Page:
6mp vs. 8mp. Is it a big difference?

T0MAT01

Novice Member
Put it this way, the more pixels you've got means you can crop/rotate an image without losing too much detail.

6 MP will no doubt give great quality prints but then it also depends on how large you will be printing as to the final dpi.
 

Bristol Pete

Novice Member
Personally, I cant see myself going over 7 x5 but you never know....

Is 300 x 300 dpi the max anyway?

Thanks.
 

richard plumb

Distinguished Member
the correct answer - no, not really. Even when cropping, its a tiny border relative to the entire image. Some of my favourite pictures are from my 2.5mp sony 505v


My gut answer - yes it is. Although the Nikon D50 and Canon 350d are both equally as good, I just couldn't get past the 6mp, so for similar money I bought the canon. Not the only reason, but one of them.
 

barongreenback

Novice Member
Depends what you're looking to do. If you are looking to blow up photos for A3, like cropping your photos then yes, it does make a difference. However, most of the reviews comparing the Canon 350d against the D50/70/70s don't see any difference between the two. I'd do some thorough investigation into what cameras you are comparing in terms of image quality before worrying too much about megapixel count.
 

Bristol Pete

Novice Member
I'd do some thorough investigation into what cameras you are comparing in terms of image quality before worrying too much about megapixel count.

Am doing that exactly, hence the 6 v 8 question.

Thanks.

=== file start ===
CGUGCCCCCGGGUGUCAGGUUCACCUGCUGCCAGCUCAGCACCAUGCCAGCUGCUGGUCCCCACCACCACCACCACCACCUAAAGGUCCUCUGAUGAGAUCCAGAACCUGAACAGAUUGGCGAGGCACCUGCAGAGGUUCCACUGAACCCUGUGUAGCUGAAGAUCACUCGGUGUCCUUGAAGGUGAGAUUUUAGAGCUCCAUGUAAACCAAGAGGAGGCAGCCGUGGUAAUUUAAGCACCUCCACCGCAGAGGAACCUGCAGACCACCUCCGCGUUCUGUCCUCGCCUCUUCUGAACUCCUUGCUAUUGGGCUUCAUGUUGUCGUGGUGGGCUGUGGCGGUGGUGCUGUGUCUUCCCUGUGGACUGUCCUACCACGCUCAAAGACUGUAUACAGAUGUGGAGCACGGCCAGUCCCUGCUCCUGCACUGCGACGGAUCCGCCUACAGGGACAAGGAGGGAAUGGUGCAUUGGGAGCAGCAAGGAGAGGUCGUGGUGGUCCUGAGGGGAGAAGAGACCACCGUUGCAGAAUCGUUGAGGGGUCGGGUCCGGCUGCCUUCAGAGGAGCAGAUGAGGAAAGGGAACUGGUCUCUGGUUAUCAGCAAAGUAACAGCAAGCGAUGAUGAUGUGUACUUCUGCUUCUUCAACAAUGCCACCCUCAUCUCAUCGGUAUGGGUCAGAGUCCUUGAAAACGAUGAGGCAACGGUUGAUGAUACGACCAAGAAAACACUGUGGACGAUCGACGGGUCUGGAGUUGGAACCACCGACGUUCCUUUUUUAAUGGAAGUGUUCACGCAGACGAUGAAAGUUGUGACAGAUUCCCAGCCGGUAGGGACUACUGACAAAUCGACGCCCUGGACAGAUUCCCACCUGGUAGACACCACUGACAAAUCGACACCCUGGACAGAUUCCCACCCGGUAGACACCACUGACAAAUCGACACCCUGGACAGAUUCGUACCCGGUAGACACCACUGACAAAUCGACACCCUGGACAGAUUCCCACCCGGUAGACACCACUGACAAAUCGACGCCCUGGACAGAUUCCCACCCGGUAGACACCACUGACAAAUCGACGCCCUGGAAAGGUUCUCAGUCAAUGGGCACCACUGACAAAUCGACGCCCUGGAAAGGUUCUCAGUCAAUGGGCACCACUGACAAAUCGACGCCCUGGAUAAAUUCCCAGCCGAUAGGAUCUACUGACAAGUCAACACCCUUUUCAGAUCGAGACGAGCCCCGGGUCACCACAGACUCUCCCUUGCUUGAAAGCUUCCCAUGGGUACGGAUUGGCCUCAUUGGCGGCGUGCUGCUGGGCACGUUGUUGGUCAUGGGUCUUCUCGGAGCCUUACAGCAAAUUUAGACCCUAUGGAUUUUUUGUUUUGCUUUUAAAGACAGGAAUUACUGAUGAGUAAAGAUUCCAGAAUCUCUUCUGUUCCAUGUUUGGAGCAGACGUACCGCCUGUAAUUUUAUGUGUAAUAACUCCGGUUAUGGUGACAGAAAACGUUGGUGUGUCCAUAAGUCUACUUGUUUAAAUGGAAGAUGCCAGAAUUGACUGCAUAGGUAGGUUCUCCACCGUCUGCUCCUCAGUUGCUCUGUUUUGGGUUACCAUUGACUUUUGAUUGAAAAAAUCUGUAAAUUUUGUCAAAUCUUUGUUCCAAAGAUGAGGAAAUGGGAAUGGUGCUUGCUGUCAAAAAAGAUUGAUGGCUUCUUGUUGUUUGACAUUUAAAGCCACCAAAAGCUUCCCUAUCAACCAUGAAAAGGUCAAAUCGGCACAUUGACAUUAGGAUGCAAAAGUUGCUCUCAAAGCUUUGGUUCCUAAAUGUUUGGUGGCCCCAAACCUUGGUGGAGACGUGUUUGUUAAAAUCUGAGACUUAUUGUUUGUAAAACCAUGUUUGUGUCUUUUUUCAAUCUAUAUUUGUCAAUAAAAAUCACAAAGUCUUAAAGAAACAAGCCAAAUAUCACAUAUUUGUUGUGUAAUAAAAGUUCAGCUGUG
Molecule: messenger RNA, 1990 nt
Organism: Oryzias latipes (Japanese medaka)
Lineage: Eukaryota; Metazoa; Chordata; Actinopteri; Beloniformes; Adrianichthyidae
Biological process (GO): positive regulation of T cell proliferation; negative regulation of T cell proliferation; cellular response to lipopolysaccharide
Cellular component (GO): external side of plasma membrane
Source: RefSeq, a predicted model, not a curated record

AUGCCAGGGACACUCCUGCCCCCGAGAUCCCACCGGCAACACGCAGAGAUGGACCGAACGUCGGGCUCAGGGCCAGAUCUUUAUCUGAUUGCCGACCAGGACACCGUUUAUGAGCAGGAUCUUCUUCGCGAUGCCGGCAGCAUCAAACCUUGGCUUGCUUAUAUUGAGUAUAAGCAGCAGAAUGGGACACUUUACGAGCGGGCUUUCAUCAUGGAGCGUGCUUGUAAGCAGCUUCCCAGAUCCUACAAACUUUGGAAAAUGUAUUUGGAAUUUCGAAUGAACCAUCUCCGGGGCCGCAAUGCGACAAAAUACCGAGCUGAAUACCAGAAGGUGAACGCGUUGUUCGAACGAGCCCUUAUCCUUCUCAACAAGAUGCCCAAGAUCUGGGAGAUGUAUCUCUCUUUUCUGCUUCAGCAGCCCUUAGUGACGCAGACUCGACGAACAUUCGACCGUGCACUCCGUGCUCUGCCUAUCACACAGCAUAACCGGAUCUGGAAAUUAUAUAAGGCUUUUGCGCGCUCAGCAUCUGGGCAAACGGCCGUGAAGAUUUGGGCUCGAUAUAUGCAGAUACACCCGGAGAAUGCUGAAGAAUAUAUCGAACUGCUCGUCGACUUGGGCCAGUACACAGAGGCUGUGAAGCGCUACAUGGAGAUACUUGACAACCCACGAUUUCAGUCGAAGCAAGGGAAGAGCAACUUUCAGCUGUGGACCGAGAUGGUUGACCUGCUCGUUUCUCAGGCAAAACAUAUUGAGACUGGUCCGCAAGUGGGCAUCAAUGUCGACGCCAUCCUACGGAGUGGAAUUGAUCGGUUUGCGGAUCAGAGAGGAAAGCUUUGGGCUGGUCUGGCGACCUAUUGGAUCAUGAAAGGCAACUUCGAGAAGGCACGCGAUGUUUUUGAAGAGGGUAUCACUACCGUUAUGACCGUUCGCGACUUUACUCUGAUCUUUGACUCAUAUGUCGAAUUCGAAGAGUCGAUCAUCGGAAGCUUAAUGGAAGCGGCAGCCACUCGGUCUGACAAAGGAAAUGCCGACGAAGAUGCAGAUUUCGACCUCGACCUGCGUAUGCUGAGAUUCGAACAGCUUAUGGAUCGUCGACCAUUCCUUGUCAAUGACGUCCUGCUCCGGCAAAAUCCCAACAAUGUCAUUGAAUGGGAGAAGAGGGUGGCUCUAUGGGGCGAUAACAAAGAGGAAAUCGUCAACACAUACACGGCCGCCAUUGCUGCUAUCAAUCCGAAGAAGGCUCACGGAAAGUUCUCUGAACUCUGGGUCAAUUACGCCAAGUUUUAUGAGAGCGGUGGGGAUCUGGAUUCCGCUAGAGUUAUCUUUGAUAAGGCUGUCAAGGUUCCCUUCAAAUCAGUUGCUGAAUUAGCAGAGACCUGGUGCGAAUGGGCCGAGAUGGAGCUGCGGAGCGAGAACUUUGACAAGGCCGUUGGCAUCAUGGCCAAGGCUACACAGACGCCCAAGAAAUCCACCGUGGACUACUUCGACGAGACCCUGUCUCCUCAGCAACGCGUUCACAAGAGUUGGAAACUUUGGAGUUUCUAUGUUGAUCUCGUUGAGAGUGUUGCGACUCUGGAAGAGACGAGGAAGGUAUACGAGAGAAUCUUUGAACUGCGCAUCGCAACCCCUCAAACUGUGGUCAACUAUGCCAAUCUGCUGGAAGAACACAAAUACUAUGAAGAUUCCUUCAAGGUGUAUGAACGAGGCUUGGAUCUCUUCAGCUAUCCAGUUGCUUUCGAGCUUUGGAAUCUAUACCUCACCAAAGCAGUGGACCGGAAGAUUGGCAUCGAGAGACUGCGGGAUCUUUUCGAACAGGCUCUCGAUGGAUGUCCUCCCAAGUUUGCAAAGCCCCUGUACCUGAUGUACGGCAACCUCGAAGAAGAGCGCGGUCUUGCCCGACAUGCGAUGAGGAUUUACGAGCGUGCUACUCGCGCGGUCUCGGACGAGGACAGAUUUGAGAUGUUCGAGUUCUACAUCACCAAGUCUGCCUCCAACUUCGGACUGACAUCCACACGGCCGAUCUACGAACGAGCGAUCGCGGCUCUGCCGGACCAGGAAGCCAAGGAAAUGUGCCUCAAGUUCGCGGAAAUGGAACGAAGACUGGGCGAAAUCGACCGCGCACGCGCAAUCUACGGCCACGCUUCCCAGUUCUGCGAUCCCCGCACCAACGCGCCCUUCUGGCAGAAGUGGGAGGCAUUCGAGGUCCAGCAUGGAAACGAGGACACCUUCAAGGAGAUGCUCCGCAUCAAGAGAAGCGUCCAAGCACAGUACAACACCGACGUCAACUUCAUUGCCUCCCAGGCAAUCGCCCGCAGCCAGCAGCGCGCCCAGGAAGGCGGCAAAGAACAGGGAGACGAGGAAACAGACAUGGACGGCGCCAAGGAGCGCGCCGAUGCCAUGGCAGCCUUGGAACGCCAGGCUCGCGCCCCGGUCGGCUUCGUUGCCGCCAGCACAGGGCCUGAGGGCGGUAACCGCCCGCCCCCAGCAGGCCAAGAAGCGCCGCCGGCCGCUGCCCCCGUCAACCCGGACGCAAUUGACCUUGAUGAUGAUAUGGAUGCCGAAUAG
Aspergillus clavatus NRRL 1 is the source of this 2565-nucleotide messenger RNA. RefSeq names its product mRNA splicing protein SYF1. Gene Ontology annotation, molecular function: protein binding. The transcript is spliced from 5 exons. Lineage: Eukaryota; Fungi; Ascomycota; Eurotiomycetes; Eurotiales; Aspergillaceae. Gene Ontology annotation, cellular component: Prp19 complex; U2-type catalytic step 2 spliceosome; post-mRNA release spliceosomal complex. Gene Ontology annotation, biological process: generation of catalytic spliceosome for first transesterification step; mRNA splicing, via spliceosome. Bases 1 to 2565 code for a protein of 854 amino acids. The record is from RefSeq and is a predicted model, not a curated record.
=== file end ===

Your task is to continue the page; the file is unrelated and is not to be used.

T0MAT01

Novice Member
Captain Benefit said:
Personally, I cant see myself going over 7 x5 but you never know....

Is 300 x 300 dpi the max anyway?

Thanks.

I know what you mean, but once you've got a taste for photobox's 10" x 15" it's hard to resist. :devil:

As for the max dpi, the Canon i9950 says it will print 4800 x 2400 dpi! :eek:
 

mr jones

Novice Member
depends if your going to require large output files for large prints or not.


personally if given the choice between to cameras at a particular price point id pick a 6mp camera with a better lens or processor than a 8mp pixel camera thats had the glass skimped on.
 

mr jones

Novice Member
T0MAT01 said:
I know what you mean, but once you've got a taste for photobox's 10" x 15" it's hard to resist. :devil:

As for the max dpi, the Canon i9950 says it will print 4800 x 2400 dpi! :eek:

print resolution is a completely different onion to DPI.


300dpi in an image is pretty much a standard for the likes off magazines and publications, most cameras will output at 72dpi (web resolution) unless you tell the raw software to do otherwise.


resolution does go higher than 300dpi but for most applications this isnt required
 

senu

Distinguished Member
Put it this way. If I could have an 8 megapixel camera that is not better ( but not in anyway worse) than a 6 I would have the 8!:smashin:

However because PQ detail and sharpness are not strictly a function of the megapixel rating I would be wary of buying a camera just on that basis. The PQ difference in the 300, 350D 20D D50 D70/s is not explained by the 6/8 difference. rather the lenses, digital image processing ( and the photographer:rotfl: .. no not really) play a big role. However a geneorus crop in a 10 megapixel pic would retain enough information over an image originating from a 6 megapixel one with more modest or even no croppping.

There are some point and shoot 8 megapixel cameras which do not touch the 300D or D50/D70. for quality. They have very small sensors on which the 8 million pixels are fitted: doesnt really work.:(

Thus in the 8 million tiny light recieving units vs 6 million bigger light recieving units: the 6 win hands down.:clap:
 

ush flynn

Novice Member
mr jones said:
print resolution is a completely different onion to DPI.


300dpi in an image is pretty much a standard for the likes off magazines and publications, most cameras will output at 72dpi (web resolution) unless you tell the raw software to do otherwise.